Albrecht Durer was – aside from immediate family members – the first man who made an indelible impression on me. I imagine that every artistic child in my hometown Nuremberg grows up staring at Durer's etchings and paintings and reading about his observations and ambitions. His images don't only speak of his desire to render his likeness, which resulted in a number of famous self-portraits, but of commodities and attitudes marking the advent of modernity. Durer, defined by the Renaissance and sympathetic toward the Reformation, interpreted in his works the ascent of Capitalism and the accompanying rise of the merchant class. Abundant fabrics, furs, and saturated colors signify growing prosperity, and the focus on portraiture and self-examination points to the prioritization of humanist ideals and individualism.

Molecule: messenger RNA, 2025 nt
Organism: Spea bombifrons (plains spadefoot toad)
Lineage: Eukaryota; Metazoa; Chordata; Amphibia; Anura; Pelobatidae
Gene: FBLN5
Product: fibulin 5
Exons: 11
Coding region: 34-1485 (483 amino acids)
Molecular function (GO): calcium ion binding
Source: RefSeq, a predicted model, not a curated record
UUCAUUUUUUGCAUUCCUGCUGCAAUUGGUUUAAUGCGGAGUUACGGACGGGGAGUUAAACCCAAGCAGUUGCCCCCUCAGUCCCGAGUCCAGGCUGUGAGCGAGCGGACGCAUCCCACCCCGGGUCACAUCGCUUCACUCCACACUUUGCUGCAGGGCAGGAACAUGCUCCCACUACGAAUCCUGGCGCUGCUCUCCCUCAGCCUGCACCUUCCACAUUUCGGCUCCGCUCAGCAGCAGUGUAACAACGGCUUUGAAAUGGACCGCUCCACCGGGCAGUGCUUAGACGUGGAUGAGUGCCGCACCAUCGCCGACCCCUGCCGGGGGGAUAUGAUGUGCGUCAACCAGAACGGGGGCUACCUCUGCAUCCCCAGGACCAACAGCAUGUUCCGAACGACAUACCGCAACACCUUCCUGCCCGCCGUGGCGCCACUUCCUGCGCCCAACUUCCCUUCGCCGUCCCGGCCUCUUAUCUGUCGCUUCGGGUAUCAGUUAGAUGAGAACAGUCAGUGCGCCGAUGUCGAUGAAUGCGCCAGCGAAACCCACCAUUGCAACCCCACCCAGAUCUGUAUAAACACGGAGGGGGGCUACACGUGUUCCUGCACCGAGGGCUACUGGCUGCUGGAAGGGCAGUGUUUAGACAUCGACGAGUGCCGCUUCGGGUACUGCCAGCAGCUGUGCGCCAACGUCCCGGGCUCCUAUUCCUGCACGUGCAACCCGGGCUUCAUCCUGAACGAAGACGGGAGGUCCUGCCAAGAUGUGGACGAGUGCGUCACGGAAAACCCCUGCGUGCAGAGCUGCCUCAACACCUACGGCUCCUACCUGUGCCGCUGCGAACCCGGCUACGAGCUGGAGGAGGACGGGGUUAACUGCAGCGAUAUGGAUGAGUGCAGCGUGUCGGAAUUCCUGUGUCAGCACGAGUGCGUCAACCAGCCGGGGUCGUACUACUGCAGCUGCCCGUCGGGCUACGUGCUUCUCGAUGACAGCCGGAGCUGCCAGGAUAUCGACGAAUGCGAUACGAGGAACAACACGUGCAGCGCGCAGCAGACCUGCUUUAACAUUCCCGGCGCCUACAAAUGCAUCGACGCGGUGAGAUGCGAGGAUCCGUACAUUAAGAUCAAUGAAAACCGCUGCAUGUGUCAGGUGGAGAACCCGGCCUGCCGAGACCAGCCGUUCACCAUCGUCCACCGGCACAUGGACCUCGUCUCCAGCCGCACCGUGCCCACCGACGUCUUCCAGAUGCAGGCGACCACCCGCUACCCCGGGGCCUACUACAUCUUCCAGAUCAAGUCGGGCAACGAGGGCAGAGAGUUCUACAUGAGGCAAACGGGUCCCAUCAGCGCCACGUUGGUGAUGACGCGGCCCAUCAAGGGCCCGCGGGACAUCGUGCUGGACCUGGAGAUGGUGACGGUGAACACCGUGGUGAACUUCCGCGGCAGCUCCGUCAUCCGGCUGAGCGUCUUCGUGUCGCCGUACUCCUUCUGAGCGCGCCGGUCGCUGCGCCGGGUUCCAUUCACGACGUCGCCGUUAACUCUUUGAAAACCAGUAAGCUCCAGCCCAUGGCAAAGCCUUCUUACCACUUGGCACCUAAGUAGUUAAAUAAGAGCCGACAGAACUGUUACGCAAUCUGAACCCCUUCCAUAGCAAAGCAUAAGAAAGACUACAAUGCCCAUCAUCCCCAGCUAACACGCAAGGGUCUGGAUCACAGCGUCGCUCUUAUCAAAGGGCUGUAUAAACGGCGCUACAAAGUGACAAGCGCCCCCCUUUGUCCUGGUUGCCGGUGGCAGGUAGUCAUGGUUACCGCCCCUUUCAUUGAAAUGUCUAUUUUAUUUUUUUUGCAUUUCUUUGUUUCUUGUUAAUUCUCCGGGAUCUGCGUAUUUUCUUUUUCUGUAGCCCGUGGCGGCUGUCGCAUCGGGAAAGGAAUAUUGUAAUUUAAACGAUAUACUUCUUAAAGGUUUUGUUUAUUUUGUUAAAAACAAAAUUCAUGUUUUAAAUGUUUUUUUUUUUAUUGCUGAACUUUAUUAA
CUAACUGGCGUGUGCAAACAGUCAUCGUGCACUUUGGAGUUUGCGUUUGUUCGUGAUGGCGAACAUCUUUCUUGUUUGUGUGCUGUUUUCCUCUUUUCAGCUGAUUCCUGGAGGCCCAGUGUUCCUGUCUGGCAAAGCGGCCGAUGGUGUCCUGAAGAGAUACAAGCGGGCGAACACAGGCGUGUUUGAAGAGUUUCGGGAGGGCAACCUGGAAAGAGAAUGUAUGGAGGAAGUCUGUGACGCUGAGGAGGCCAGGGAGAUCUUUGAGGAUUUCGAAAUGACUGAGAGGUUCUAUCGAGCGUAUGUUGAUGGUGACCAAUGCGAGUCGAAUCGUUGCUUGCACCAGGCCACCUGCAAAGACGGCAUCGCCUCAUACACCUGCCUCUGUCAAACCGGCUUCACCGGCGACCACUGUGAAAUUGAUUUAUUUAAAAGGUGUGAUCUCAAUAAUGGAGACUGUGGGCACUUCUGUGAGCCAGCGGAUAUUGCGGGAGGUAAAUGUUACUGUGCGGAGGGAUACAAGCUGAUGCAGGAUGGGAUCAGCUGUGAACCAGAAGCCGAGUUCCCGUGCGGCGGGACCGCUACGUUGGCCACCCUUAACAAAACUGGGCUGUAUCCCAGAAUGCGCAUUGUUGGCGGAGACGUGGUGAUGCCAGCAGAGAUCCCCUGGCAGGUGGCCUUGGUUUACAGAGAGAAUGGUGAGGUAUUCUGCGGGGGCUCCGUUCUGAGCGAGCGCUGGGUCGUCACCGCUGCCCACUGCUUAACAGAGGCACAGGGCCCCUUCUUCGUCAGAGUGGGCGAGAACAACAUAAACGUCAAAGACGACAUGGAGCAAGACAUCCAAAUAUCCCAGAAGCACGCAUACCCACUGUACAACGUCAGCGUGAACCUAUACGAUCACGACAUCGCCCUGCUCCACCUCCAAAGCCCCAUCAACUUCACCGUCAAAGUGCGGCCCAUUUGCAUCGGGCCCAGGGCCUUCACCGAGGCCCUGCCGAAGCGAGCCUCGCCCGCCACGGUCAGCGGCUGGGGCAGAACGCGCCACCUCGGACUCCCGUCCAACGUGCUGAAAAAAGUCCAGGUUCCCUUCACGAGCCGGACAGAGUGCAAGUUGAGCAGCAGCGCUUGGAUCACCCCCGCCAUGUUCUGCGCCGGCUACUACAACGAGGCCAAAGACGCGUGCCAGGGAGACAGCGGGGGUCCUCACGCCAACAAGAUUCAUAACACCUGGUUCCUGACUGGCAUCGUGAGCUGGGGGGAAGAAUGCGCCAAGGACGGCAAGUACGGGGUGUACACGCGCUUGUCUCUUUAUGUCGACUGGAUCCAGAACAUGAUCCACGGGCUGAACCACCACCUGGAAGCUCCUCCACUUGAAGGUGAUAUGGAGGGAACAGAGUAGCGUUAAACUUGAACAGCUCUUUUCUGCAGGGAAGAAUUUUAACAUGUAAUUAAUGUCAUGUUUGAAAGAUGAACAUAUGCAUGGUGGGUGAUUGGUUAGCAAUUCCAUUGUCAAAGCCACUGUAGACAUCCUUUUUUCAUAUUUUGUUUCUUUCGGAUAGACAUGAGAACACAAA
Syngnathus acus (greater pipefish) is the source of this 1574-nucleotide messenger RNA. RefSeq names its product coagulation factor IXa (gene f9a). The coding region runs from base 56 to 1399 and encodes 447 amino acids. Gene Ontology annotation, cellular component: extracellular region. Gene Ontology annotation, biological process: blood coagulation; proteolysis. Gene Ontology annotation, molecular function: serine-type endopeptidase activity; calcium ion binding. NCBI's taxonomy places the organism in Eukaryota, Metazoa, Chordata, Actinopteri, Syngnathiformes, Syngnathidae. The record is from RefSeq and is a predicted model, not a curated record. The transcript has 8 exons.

Menschenkunde, Felsenfest, and Seelensucht derive from my analysis of traditions, archives, and chronicles, essential in forming a culture's identity and a person's subjectivity. By their very nature, the contemporary photographic compositions, although formally inspired by the memory of familiar artworks, transform the traditional paintings' intrinsic allusion to a pre-industrial society into a current, classless, democratic concept.